Creativity faucet: Being more creative

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One of the most valuable writing skills is the ability to generate novel ideas.

Last year, I stumbled into a mental model to achieve this at will.

I was watching a documentary on songwriter Ed Sheeran. In it, he described his songwriting process. It struck me as identical to the process that author Neil Gaiman detailed in his Masterclass.

Here's the thing.

Ed Sheeran and Neil Gaiman are in the top 0.000001% of their fields. They're among, say, 25 people in the world who consistently generate blockbuster after blockbuster.

If two world-class creators share the exact same creative process, I get curious.

I call their approach the Creativity Faucet:

Visualize your creativity as a backed-up pipe of water. The first mile of piping is packed with wastewater. This wastewater must be emptied before the clear water arrives.

Because your pipe only has one faucet, there's no shortcut to achieving clarity other than first emptying the wastewater.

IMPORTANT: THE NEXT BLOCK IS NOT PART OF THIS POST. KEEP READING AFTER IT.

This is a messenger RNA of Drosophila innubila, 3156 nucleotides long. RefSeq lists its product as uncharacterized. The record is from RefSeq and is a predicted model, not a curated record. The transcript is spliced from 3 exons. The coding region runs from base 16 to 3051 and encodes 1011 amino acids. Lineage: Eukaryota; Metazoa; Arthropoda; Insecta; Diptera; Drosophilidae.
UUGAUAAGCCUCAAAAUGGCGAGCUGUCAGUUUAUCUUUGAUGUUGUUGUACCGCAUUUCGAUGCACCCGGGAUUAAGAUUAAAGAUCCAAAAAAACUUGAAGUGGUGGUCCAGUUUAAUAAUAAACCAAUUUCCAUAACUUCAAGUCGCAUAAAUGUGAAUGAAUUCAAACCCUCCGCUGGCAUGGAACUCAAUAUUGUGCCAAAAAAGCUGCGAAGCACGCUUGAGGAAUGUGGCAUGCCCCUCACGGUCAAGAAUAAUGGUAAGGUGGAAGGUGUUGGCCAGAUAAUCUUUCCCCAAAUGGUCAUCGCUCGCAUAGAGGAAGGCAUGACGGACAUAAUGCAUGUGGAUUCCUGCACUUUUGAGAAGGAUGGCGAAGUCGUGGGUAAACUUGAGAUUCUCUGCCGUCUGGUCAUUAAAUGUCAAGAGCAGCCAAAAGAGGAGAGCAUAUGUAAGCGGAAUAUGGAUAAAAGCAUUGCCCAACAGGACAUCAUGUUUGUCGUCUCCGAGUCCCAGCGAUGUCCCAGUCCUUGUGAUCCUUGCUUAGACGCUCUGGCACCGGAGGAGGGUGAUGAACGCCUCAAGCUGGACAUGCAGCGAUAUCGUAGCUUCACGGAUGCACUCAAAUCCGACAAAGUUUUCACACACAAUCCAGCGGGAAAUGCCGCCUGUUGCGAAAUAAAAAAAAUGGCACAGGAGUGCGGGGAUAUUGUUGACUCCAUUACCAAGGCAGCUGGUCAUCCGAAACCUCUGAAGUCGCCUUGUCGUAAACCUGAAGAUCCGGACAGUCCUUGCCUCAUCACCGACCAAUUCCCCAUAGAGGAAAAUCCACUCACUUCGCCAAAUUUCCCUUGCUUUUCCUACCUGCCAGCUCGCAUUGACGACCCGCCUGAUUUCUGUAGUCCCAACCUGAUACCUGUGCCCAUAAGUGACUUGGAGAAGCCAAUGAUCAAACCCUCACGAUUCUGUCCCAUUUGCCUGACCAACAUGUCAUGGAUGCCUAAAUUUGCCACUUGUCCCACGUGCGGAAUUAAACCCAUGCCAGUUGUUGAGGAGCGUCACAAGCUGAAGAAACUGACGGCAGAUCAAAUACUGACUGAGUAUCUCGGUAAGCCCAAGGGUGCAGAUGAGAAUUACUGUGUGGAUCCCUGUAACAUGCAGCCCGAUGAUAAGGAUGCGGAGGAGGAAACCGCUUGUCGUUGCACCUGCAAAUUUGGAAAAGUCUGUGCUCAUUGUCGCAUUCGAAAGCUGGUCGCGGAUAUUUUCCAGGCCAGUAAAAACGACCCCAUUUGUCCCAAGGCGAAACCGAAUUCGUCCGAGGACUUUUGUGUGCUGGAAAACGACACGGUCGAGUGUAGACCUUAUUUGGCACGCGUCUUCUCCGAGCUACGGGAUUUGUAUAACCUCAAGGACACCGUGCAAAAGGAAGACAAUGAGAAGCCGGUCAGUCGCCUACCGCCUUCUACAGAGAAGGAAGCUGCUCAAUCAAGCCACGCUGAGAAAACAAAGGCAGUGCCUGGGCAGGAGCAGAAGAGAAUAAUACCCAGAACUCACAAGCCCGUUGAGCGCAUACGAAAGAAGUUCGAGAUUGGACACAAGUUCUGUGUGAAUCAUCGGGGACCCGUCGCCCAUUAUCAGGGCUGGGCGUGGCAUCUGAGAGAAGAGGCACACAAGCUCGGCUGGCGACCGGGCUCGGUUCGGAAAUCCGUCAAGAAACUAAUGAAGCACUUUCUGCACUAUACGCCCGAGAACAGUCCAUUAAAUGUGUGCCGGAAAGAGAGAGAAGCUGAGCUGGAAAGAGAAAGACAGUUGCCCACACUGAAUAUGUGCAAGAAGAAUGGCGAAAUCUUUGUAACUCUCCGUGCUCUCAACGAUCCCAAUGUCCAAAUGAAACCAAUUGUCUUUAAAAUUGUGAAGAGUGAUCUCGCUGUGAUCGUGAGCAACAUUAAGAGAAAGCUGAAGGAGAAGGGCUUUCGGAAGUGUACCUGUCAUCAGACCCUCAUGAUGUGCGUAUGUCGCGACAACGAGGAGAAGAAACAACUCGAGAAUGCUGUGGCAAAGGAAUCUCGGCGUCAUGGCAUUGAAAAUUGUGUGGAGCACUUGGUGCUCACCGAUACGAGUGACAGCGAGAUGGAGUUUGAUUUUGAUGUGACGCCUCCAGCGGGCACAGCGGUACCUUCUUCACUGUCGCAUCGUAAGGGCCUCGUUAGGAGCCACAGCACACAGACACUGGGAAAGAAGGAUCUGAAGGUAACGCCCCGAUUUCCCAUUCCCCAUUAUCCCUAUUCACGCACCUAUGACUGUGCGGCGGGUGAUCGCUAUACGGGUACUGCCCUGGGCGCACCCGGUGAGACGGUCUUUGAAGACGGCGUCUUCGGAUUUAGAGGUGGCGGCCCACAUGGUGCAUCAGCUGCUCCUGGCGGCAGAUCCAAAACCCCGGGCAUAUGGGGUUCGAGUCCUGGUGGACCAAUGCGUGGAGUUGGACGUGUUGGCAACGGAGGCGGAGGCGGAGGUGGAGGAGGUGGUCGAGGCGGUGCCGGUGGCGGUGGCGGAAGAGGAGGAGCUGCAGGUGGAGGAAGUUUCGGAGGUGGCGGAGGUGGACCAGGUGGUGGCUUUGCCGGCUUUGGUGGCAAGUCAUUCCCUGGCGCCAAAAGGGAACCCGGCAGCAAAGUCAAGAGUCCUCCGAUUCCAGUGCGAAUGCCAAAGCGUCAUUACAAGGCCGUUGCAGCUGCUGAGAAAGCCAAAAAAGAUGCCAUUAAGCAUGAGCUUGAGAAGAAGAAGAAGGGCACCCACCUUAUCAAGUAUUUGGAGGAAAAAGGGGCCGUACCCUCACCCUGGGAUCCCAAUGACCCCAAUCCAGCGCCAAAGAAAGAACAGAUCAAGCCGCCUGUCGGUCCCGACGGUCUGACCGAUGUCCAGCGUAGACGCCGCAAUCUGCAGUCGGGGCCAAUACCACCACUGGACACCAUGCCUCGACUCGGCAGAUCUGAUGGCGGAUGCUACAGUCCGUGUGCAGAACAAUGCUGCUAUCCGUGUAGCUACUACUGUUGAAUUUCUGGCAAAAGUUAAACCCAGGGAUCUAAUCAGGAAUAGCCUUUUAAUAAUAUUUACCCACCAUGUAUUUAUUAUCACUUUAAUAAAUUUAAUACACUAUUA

Let's apply this to creativity: At the beginning of a writing session, write out every bad idea that reflexively comes to mind. Instead of being self-critical and resisting these bad ideas, accept them.

Once the bad ideas are emptied, strong ideas begin to arrive.

Here's my guess as to why: Once you've generated enough bad output, your mind starts to reflexively identify which elements caused the badness. Then it begins to avoid them. You start pattern-matching novel ideas with greater intuition.

Most creators never get past their wastewater. They resist their bad ideas.

If you've opened a blank document, scribbled a few thoughts, then walked away because you weren't struck with gold, then you too didn't get past it.

Neil and Ed know they're not superhuman. They simply treat the brain as a pipeline for entering a creative flowstate, and they never forget that the pipe needs clearing. In every creative session, they allot time for emptying the wastewater.

They're not worrying whether clear water will eventually arrive. It always does:

Best-selling author James Clear wrote: "For years, I would force myself to write at least 25 possible titles for each article. Almost without fail, the best ideas came later in the list. The lesson: Don’t stop early. Ideas that are easy to think of are obvious. The good ideas come after the obvious ones are gone."

Mozart had 600 musical compositions and Edison had 1093 patents. Only a few are remembered today, and that's the point.

Addendum: Here's an interview where Ed talks about this mental model. And here's a video of John Mayer showing off the Creativity Faucet in real-time. Finally, here's Neil Gaiman's reaction to this post.

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